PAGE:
Tuesday, October 25, 2011

EDITORIAL >> Nelson right on gas tax

The election is a year and a week away, but you can already sense the titanic effort that will be made to defeat the natural-gas severance tax that probably will be on the ballot. Last week, a business consortium filed the papers for a campaign organization that will work against the tax.

Naturally enough, it is called Arkansans for Jobs and Affordable Energy. You would not expect it to be called Arkansans for the Protection of Huge Gas Industry Profits, would you? The chairman of the campaign group is the president of the Arkansas State Chamber of Commerce. Its vice chairman is the owner of a Conway equipment company and owner of land in Van Buren County that is leased for gas drilling. If voters were to approve the severance tax, she would share a little of that income with the state to repair the highways. She said Monday she did not want to pay any more taxes, a natural enough sentiment.

But you can be sure that the people filing the papers for Arkansans for Jobs and Affordable Energy will not be bearing much of the cost of the battle to defeat the severance tax. The gas industry—companies like Southwestern Energy and BHP Billiton (you know them as Chesapeake)—will put up the money for the campaign, and it will be plenty.

The tax is not yet assured of being on the ballot. Sheffield Nelson, the former state Republican chairman and twice its nominee for governor, is coordinating a one-man show to get it on the ballot. The attorney general has approved the name and ballot title, but Nelson still has to get the signatures on petitions—about 63,000—to get it on the ballot by next July. Nelson made a little money when he was in the gas business—he ran the state’s largest gas distribution company for a few years—but we doubt he will spend it all to persuade the voters to pass the tax.

On logic alone, it should not prove to be a hard task. Arkansas taxes natural-gas production less than most big gas-producing states, and the drilling and production are destroying highways and roads faster than the state can repair them. The 7-percent tax that Nelson proposes would be used for highway, road and city street work.

The piece de resistance ought to be that the tax would not be felt by Arkansans in any way—most of the gas is marketed outside Arkansas and there is no way for the companies to pass on the taxes to consumers—that is, unless you buy the Chamber of Commerce’s theory that the tax would stop Southwestern and all the other companies from drilling and producing gas in Arkansas and the industry would shut down and lay off all its Arkansas workers.

If the production companies would halt exploration in the Fayetteville shale and in south Arkansas if they had to pay the state 7 percent of value of the Arkansas gas they marketed, then why have not stopped production in Texas, Oklahoma and other states with comparable taxes? Oklahoma collects a tax of about 7.1 percent, Texas 7.5 percent, New Mexico nearly 9 percent when all the various levies are combined, and a number of other states more than the anemic Arkansas tax.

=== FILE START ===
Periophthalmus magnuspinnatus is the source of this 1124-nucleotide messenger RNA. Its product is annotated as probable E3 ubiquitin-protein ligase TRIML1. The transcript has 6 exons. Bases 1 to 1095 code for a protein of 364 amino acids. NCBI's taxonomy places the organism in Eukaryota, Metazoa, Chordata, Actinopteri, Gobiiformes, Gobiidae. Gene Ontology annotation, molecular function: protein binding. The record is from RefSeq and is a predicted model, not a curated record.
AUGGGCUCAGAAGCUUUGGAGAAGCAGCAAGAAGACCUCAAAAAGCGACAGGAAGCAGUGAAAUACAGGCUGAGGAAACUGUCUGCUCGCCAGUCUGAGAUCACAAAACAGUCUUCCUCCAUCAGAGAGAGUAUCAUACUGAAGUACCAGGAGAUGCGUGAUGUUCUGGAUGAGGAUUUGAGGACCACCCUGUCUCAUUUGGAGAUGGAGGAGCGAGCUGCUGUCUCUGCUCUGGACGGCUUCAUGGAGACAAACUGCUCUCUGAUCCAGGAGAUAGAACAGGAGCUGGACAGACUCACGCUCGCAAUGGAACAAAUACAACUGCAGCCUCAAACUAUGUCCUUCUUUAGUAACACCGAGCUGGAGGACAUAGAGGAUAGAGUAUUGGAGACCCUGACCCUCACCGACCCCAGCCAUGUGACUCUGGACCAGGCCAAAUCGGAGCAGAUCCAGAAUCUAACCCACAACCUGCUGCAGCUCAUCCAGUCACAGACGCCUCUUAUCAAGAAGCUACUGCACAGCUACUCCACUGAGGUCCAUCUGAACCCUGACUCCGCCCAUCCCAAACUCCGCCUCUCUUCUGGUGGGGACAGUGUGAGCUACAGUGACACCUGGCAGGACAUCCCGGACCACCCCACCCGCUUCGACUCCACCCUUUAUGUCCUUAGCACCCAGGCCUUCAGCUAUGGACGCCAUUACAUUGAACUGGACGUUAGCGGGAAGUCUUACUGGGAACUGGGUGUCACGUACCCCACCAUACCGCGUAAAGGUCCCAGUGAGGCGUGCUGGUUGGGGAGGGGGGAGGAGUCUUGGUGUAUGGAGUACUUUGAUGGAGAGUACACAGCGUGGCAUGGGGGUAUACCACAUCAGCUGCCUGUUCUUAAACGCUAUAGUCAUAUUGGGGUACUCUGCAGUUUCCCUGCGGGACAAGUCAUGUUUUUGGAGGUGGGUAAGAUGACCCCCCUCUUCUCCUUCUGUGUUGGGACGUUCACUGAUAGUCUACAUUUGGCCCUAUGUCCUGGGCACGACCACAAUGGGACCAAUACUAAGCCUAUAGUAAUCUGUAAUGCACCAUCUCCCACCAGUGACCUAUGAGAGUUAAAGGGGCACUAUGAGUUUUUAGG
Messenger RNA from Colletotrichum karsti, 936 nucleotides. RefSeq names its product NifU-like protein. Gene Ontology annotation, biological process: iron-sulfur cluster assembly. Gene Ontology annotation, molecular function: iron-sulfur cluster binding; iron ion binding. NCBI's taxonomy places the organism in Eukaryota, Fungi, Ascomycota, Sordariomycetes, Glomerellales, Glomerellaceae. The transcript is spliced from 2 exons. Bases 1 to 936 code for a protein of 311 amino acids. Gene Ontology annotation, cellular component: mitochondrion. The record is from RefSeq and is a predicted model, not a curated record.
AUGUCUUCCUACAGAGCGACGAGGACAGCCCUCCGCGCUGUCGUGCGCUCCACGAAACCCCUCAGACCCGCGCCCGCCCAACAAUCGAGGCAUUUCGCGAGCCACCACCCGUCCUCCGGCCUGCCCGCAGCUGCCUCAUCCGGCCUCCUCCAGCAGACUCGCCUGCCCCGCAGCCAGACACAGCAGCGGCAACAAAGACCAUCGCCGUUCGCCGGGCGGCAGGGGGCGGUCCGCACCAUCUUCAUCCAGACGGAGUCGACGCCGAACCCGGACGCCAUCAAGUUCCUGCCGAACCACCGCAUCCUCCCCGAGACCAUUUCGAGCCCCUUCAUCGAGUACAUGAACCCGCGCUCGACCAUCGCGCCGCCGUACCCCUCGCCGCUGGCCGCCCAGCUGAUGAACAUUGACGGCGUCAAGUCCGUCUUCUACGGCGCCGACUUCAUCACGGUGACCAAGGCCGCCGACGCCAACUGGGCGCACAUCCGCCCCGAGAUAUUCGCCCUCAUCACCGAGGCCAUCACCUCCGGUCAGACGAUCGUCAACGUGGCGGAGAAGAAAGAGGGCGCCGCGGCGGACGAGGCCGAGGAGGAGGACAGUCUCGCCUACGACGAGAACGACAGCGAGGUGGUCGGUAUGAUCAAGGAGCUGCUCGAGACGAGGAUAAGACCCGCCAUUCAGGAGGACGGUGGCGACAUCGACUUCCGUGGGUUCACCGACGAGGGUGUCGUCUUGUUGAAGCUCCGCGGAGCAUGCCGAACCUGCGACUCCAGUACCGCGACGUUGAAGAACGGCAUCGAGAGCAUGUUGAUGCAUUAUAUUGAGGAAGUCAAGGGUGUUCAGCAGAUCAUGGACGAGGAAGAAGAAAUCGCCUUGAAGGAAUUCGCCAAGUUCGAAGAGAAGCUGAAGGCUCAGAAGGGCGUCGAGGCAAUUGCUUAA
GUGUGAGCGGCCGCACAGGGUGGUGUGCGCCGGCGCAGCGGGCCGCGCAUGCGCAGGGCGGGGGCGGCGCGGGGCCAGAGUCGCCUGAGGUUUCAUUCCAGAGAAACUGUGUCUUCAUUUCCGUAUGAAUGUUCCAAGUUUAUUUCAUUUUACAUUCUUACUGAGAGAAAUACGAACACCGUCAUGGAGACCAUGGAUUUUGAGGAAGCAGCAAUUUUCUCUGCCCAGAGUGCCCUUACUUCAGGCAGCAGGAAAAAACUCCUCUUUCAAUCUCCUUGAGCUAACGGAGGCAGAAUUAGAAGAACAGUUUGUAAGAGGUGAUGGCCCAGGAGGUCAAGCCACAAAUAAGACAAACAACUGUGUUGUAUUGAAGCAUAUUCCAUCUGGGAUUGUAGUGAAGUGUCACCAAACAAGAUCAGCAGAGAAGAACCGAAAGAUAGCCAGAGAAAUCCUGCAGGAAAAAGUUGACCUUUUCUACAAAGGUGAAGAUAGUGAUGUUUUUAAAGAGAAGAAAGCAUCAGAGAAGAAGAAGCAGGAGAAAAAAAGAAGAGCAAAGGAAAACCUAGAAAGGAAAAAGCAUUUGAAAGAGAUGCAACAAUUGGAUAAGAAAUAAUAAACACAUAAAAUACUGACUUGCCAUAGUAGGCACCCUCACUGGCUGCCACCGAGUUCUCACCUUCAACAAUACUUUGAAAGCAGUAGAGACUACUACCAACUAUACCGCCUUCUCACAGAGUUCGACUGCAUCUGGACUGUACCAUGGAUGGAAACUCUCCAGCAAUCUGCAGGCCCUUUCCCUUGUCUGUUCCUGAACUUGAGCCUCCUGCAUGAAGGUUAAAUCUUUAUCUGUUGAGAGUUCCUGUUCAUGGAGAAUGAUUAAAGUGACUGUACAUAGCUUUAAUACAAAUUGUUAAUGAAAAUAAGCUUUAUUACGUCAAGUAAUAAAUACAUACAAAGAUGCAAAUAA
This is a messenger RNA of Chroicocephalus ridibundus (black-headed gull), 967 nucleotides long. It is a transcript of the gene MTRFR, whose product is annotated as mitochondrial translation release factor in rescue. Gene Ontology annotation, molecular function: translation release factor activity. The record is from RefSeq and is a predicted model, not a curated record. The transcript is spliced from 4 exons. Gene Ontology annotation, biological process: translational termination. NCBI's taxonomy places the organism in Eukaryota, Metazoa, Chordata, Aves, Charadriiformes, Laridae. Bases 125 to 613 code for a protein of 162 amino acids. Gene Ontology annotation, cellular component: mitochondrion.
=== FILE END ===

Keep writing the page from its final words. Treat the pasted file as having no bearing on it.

We all thought Arkansas was going to start collecting a healthy tax when the legislature assembled in special session in March 2008 to enact a tax. The goal was to forestall the 7 percent tax that Nelson proposed to put on the ballot that November. Nelson stopped his campaign when the legislature enacted a law that purported to tax gas at 5 percent of its wellhead value. But when the dust had settled it was clear that the law, which was written by lawyers for the gas companies, was not taxing gas at 5 percent but at either 1.25 percent or 1.5 percent. There were a couple of exceptions to the 5 percent rate, and it turned out that nearly all the gas fell under the exceptions.

So a chagrined Nelson decided to try again and not to be outwitted this time. He had some pointed things to say this week about the Chamber of Commerce joining up with the big gas companies against the people of Arkansas. He said the chamber had been “bought and paid for” by the gas industry.

There is a bit of irony in the Chamber of Commerce’s stance. One proposal that definitely will be on the 2012 general election ballot is a constitutional amendment that would levy a half-cent sales tax that everyone in Arkansas would pay. It would support a $1.8 billion bond issue to build a four-lane highway system connecting all regions of the state.

Now, the chamber thinks it is a great idea for the people of Arkansas to pay a hefty tax on everything they buy to build a new highway network that will be good for commerce but a terrible idea for out-of-state gas companies to pay a small tax on their huge profits from Arkansas’ finite natural resources to repair the roads they destroy.

You would think that its position would be hard to sell Arkansas voters. Wait for the coming media campaign and you will see how this works. Tell people the tax would kill jobs, drive up their heating costs and make everyone less well off. It will work every time. Nelson’s logic will just be beside the point.